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    Riders remember the hardships of the Trail of Tears

    11:27 PM, Sep 23, 2010   |    comments
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  • Trail of Tears Ride
  • A low rumble accompanied them down Helena's famous Cherry Street as 130 bikes and almost 200 riders make their way to Indian Territory in the annual Trail of Tears ride.

    They started in Chattanooga, Tennessee, And after more than 800 miles, concluded the ride in Tahlequah, Oklahoma.

    "It started out, I just wanted to get enough money to put a sign up on the highway. Now we've put several hundred signs up on the highway," says Bill Cason who started the ride to remember 17 years ago.

    The money raised now go to scholarships for Native American students in the states the ride travels through.

    Cason says, "We've donated over $230,000 in Native American scholarships. We have a kid graduate just about every year now."

    The riders have come to Helena for lunch, and are treated to barbeque fresh out of the smoker. A few miles in the saddle can work up an appetite, But the fresh hot food is a luxury they realize those on the trail of tears did not enjoy.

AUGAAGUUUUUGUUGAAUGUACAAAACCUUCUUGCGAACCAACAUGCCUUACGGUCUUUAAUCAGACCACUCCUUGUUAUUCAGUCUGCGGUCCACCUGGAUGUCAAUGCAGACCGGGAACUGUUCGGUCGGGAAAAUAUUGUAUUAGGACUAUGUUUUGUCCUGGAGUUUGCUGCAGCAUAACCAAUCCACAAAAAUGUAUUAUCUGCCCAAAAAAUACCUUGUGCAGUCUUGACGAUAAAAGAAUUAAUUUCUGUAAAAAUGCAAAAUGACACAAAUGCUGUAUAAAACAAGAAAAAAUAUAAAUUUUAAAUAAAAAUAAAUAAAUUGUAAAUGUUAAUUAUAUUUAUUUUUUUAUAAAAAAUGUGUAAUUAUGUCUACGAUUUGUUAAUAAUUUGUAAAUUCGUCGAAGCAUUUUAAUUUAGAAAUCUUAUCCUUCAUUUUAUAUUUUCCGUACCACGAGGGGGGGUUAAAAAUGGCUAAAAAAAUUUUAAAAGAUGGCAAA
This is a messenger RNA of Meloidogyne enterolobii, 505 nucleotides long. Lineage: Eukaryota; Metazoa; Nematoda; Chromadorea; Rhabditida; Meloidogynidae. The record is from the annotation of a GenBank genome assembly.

Lance Cyr says, "I mean you sit on a motorcycle, and it will take us three days to get out there. Some of them took almost three months. So you can imagine day in and day out just finding food. I mean no place to find food. No place to eat. No place to get water. It must have been horrendous."

    One motorcycle flies the Cherokee nation flag with the distinctive seven point stars. Kehoga Blanchard is part Cherokee, and she and her passenger have participated in the full ride six times.

    Blanchard says, "I'm riding a $20,000 machine. I know there's an end to my trail. I know I can have the water when I want it. And our people didn't. I mean if that doesn't move you, nothing will."

    Rested and refreshed it's time to hit the road again, another day and a half of riding before they reach the end of the trail.

    It gives one time to think about the mistakes of the past and ways to avoid them in the future.

    Jim Dunn says, "We need to be a little more acceptable of each other in our country. We do have a lot of people here from various ethnic backgrounds, And I think that if we were a little less quick to think that they're different than we are, it might be a little better if we didn't think that quickly."

    The riders honoring the hardships experienced on Trail of Tears just might leave you Amazed by Arkansas.

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